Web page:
Be among the first music lovers to hear a memorable concert at Groton Hill Music Center.Photo Credit : Groton Hill Music Center
Ready for a carefree summer of ’23, filled with brand-new New England experiences? It’s the first summer since the CDC declared an official end to the COVID-19 Public Health Emergency, and even though the disease hasn’t actually gone away, many of us will be feeling freer to go, see, and do than we have in years. As you start planning day trips and longer getaways, consider giving these recently opened attractions some love. They’ll show you another side to New England history, entertain you, or even foster stronger family bonds as you compete to sink golf balls or eradicate some creepy spooks.
Step aside, witches. Salem’s newest immersive museum, Real Pirates, is devoted to the exploits of a band of pirates who could teach us all a thing or two about getting along. You’ll meet Captain “Black Sam” Bellamy, who offered his comrades, whether African, British, Dutch, or French, a democratic say in the pillaging and a fair share of the loot. Speaking of booty—their ship, the Whydah, which was wrecked off the Cape Cod coast in 1717, holds the only real pirate treasure ever discovered. While much still remains below the bottom of the sea, you’ll see recovered ship artifacts and even touch silver coins brought up from the depths. For a gold-caliber experience, book a guided tour with an authentically attired pirate.
At roughly four times the size of its previous incarnation, the country’s only museum devoted solely to the history and culture of Cape Verdeans now shares even more untold stories through imagery, artifacts, pop-up exhibitions, and events. The first people of Africa to immigrate to America, Cape Verdeans were whalers, shipbuilders, and cranberry harvesters. Celebrating Cape Verdeans’ legacy throughout their diaspora is a passion-fueled endeavor for the Cape Verdean Museum‘s all-volunteer team. A visit’s an opportunity to relate to the universals the connect immigrants past and present.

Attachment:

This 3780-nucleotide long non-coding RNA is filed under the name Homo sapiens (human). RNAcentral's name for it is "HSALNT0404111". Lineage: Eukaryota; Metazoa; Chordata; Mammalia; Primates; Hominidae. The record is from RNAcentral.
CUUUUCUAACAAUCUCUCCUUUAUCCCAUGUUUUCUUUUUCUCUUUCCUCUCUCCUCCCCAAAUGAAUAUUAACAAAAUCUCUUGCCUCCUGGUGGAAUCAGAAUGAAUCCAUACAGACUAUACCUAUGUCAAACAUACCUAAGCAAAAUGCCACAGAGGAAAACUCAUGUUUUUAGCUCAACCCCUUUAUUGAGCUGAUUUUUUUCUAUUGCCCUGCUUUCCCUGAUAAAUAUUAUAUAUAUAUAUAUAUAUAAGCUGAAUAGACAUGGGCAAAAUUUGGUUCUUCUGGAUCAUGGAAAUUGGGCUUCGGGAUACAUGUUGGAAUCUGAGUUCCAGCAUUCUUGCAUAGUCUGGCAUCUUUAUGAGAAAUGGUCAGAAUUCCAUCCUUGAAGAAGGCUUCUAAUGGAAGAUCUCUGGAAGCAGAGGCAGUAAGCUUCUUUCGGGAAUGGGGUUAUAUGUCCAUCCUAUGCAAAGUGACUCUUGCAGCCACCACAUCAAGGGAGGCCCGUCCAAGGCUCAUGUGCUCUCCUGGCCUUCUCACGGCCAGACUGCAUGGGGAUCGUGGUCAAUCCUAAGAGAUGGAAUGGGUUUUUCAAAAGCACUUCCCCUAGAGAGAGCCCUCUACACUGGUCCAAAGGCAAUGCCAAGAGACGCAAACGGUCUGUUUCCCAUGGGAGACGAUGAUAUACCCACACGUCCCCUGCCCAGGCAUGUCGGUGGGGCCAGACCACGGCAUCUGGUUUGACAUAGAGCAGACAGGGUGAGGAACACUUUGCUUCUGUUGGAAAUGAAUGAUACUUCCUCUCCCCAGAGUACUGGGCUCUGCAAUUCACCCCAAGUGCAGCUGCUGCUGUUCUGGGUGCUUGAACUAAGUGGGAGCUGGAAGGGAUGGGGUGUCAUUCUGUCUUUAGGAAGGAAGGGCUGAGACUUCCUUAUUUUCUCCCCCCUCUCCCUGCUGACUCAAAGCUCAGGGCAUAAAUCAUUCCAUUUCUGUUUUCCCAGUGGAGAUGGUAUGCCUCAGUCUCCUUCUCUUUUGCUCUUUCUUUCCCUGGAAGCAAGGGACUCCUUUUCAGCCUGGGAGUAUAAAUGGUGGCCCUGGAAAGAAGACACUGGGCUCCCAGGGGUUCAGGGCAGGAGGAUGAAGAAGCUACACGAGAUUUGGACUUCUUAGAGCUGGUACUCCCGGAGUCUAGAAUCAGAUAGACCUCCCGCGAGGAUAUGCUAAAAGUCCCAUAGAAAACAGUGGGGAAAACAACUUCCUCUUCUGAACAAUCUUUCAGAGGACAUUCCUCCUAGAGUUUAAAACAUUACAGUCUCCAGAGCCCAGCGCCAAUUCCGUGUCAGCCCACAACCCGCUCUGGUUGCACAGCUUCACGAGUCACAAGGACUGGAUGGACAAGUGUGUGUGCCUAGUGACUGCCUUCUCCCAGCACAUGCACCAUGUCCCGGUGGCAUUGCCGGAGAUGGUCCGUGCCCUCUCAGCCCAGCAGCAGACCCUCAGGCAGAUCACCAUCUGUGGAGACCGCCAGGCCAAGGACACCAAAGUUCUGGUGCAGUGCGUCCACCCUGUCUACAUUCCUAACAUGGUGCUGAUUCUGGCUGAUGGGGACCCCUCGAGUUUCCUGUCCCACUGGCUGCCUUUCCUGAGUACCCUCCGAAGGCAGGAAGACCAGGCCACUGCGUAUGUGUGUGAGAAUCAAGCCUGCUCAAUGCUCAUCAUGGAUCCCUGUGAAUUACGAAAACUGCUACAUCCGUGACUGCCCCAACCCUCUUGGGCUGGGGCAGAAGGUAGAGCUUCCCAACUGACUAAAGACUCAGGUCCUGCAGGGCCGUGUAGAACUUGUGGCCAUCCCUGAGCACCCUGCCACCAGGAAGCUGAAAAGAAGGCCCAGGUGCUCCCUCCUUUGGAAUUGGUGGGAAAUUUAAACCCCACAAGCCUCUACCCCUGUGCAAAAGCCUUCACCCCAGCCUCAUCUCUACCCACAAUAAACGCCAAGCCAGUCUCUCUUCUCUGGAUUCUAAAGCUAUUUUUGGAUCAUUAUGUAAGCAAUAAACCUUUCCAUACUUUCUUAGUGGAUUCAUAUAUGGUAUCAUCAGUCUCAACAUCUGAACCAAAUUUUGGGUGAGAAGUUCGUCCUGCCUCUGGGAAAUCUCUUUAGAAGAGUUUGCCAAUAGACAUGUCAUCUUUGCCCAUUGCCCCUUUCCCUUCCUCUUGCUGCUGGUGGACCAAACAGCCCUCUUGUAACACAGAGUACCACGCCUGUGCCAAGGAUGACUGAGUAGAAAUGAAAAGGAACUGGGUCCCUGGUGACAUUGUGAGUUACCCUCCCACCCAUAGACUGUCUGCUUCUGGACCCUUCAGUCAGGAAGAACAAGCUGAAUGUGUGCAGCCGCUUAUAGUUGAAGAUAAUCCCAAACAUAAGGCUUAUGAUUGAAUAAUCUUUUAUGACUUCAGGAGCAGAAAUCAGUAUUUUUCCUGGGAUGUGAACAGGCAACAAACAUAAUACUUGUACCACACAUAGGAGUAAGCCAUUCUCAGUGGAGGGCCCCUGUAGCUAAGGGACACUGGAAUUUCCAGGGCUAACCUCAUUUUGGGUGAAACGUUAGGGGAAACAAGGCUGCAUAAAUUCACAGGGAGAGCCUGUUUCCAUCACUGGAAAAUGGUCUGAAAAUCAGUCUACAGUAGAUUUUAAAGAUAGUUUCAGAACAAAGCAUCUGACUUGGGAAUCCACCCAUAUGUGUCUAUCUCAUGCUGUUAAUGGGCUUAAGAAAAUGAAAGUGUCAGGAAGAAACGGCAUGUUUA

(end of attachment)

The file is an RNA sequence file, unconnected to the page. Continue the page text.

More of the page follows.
A jam-packed first summer of pop, country, jazz, world, and classical performances will pack Groton Hill Music Center‘s 1,000-seat concert hall: the architectural and acoustical showpiece of the Nashoba Valley’s new destination for music learning and listening. Built of timber and stone in homage to the 110-acre former apple orchard on which the venue is sited, its rusticity is an illusion: This is a state-of-the-art performance space, with 3D projection mapping and an electric organ that can shake the room and mimic the reverberations of great organs from around the world. Who can you look forward to seeing? Artists the caliber of… wait for it… Leslie Odom Jr.
If you’d see more concerts, comedy acts, and theater productions if it didn’t mean driving into Boston, then you belong in the audience at Nashua’s spanking new Broadway-style theater. Already an arts hub, the city’s about to feel livelier as this inaugural season brings diverse entertainment to the Nashua Center for the Arts stage. From any roost in the 750-seat house, you’ll feel drawn right into performances by the likes of folk legend Judy Collins.
Whispering Pines isn’t like any Maine hotel you’ve visited. It’s cursed. And when this one-of-a-kind family amusement by industry leader Sally Dark Rides debuts later this summer (check that it’s open before you go) at Funtown Splashtown USA, you’ll want to grip your curse eradicator tightly and laser down all the menacing characters you’ll encounter in the Haunted Hotel’s 14 spooky rooms, all while keeping a keen eye out for Maine-themed “Easter eggs.” Low scorer should treat your whole crew to poutine.
A 50-year-old attraction that shut down in 2014 is about to be resurrected, at last. Connecticut Golf Land is set to open this summer (check before making the trip) with all-new family enticements including a dinosaur-themed mini golf course, bumper boats, and the Rocking Horse Smokehouse: a barbecue restaurant in an old movie theater. ConeHeads ice creamery will satisfy your cravings for classic flavors. And as summer progresses, even more fun will come online: Watch for a game room, volleyball courts, and a rooftop patio.